Eventually, big groups starting beaching up (with them noise and camera flashes) and so we walked on through to the back entrance and up approximately 467 steps to the cave above, a dry cave, called Tien Son.
Panting as we reached the top of the staircase, we found we were looking back down into another cavernous space, down a staircase and onto the wooden walkways beyond. Being a dry cave it was a completely different experience; I preferred the atmosphere of having the river and hearing the sounds of the water dripping or echoing through the cave, but Tien Son was equally impressive in scale and colour. How could the hills above still be standing after millions of years with such empty interiors? And how were these beautiful spaces and structures carved out quite simply by water dripping through them??
Constrained by time (and money) and after much deliberating over which one other cave we would go and see the next day, we hired ourselves a moped and decided on Paradise Cave; "If you're only going to see one cave in Phong Nha, this should be it" all the guide books chorused. Rainforest (or jungle?) by name, rainforest by nature, we were soon soaked by the low cloud and drizzle which quickly turned into heavy rain - not ideal when you have to pack everything up in a few hours' time and get on the night bus BUT we were about to see "Paradise" Cave and 'it will so be worth it'.
Oh! But it was wet. So, so wet! From the car park we hurried along the few kilometres through the (happily for us) cleared jungle which was super-dense and got us thinking about how the discoverer discovered the cave in the first place in 2005, apparently out for a walk looking for exotic timber product. And then there was the few hundred steps up to the mouth of the cave, the rain relentless; 'this really had better be worth it' we had started to say... Finally! An entrance! A small entrance, but an entrance nonetheless. We ducked through, shook off our rain coats and looked down into... complete and utter extraordinariness (I'm claiming it as a word!). It really was something out of this world and really, really, really worth it.
Taking the unguided route, the staircase leads some way down to the bottom of the cave and a walkway then traverses 1.5 km through a lit section. Options are also available to take an organsied tour and walk another 6km(!!) into the cave from the end of this walkway, however in darkness, the only light coming from your head torch. This only scratching the surface however, as in total the cave runs some 31 km underground.
Just seeing the early sections, the cavity is magnificent, prompting my thoughts of 'hollow' mountains. Also, skillfully (somehow) arriving at lunchtime meant we were either side of the tour buses and pretty much had the place to ourselves. Walking through, it was hard to imagine how the British caving team led by the Vietnamese discoverer must have felt when they were discovering the full extent of this cave, lighting up their first flare and (in my mind) watching it tumble down the giant entrance slope into the abyss beyond. We wanted to ask him ourselves when we stopped at the guesthouse he now runs, but he wasn't in so we settled for a cup of his chocolate coffee instead, reflecting on where we had just been. Hollow mountains do exist and they exist in Phong Nha.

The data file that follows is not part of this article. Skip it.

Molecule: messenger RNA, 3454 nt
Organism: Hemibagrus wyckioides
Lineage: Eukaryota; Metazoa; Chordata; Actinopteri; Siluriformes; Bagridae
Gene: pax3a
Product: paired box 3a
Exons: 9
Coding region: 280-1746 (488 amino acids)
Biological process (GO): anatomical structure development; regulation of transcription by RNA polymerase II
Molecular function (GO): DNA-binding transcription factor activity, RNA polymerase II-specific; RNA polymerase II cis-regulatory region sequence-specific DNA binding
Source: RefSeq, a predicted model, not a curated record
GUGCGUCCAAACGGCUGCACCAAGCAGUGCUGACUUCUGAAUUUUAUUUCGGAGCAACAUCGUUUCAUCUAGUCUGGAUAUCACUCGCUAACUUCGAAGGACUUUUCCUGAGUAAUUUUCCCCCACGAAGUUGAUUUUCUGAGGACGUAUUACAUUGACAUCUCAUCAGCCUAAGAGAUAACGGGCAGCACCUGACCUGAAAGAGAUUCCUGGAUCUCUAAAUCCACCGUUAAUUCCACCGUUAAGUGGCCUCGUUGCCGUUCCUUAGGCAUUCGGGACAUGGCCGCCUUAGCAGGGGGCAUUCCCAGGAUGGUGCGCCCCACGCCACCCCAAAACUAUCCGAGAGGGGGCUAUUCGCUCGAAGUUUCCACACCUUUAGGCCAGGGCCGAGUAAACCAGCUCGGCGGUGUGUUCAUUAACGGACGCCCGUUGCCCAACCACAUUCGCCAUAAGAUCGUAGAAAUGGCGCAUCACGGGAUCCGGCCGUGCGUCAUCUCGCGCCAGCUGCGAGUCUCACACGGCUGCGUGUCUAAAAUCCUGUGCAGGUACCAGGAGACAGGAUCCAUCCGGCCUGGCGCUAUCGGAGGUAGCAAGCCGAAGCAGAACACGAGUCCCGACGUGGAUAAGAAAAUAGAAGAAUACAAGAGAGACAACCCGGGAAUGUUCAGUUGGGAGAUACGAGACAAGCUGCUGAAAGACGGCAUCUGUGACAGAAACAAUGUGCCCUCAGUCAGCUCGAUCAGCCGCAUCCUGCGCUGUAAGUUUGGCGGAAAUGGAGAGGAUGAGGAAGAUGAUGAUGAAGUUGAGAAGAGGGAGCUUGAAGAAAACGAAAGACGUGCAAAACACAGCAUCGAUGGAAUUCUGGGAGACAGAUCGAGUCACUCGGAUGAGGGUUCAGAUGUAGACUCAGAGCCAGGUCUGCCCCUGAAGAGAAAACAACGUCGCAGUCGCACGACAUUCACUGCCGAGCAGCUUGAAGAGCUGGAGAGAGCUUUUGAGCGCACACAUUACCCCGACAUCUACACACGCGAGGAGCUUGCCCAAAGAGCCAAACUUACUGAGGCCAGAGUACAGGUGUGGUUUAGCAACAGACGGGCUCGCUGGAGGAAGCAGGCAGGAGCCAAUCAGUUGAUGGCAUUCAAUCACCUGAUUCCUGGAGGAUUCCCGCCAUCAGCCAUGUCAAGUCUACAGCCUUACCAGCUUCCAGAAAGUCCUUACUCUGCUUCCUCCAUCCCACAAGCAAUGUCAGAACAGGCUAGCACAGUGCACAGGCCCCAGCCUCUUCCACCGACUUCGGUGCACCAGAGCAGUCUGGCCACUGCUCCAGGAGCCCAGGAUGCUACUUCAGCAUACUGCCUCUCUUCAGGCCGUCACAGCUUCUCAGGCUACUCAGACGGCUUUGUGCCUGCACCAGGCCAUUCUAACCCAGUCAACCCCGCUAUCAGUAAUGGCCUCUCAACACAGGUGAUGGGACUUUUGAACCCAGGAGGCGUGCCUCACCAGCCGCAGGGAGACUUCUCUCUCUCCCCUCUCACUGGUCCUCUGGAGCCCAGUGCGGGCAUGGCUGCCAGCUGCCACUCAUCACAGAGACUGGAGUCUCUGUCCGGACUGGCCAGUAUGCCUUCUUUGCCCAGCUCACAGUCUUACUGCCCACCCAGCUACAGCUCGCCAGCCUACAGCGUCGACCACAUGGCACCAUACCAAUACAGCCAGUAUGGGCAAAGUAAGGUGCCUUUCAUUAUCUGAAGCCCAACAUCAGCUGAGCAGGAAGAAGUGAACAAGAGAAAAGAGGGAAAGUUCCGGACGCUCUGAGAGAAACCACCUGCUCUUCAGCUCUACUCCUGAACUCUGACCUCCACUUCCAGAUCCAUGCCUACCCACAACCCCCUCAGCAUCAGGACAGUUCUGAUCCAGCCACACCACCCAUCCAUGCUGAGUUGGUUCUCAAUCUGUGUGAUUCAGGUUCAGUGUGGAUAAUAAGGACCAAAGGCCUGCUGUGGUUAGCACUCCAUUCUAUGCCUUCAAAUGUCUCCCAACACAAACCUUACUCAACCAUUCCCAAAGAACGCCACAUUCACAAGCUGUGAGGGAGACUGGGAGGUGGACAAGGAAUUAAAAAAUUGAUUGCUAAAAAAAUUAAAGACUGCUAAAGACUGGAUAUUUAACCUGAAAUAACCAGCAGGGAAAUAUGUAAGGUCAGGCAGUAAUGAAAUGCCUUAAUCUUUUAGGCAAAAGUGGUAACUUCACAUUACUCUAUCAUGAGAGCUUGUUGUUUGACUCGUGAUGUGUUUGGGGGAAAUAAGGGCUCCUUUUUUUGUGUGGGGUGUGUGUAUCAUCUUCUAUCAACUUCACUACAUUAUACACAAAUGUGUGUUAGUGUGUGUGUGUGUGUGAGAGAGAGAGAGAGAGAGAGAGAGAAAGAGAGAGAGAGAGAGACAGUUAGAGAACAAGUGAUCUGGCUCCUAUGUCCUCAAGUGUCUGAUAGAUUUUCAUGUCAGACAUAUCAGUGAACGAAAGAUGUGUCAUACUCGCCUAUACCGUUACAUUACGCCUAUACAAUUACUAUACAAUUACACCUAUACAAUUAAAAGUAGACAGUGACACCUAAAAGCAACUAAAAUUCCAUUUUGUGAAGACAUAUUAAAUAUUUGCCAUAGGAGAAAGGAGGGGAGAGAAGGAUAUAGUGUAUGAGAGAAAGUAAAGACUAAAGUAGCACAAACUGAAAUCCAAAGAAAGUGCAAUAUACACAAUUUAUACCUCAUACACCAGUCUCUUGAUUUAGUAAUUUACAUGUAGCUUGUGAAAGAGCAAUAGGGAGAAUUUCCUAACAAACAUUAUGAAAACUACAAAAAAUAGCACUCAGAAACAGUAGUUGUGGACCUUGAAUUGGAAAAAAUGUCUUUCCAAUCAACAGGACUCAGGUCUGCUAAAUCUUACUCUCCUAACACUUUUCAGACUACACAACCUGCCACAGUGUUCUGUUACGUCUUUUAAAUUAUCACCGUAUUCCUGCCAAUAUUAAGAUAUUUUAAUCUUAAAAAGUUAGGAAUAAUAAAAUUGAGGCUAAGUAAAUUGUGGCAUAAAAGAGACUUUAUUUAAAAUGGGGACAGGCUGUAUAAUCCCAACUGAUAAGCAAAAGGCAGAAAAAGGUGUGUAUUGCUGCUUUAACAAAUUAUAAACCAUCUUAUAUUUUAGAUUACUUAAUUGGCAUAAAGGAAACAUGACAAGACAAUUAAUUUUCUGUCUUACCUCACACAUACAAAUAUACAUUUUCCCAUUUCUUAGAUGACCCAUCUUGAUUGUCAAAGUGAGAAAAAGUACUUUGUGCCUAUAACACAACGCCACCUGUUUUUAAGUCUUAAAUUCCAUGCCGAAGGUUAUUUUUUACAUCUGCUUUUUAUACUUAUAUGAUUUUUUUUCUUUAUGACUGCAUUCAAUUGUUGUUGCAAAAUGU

We left Phong Nha a little disgruntled that we hadn't given ourselves more time to do the area justice, there being still so much to see, but so pleased that we had made the last-minute decision to visit. As Seamus muttered, more people have probably visited the moon than have been inside the cave network still largely undiscovered in this area. The town is relatively new to tourism, word of the natural wonder still being spread by mouth and many of the growing eco-tourism initiatives are community-managed which was great to see. We respected the Phong Nha farm stay (about 5km down outside of town offering professional tours in and around town) and their sister establishment, the Easy Tiger, for making a big effort to let visitors know about the local area, including its history, and how to be respectful of it, but standing at the roadside at 10pm waiting for our bus, we were a little uneasy about the noise and number of drunk people spilling out of the hostel and the impression they would leave on the fairly rural community.
The caves have been without doubt the highlight of our trip so far and we sure hope to go back one day for more adventures. If you have the opportunity to do so, go and see them; for one thing, it's cheaper than paying Richard Branson to take you to space!
Son Doong Cave was found by a local man named Ho-Khanh in 1991 but it wasn't fully explored and appreciated until 2009, when it overtook a Malaysian cave to take the title of the World's largest. The biggest chamber measures 5 km long, 200 m high and 150 m wide - so big are these caverns they could actually fit an entire New York city block of 40 storey buildings. There are even rumoured to be wispy clouds near the ceiling! The cave is limited to visitors, only 500 permits being made available every year. 6-day trips are sold at $3,000 per head in a bid to preserve the cave from heavy-duty tourism.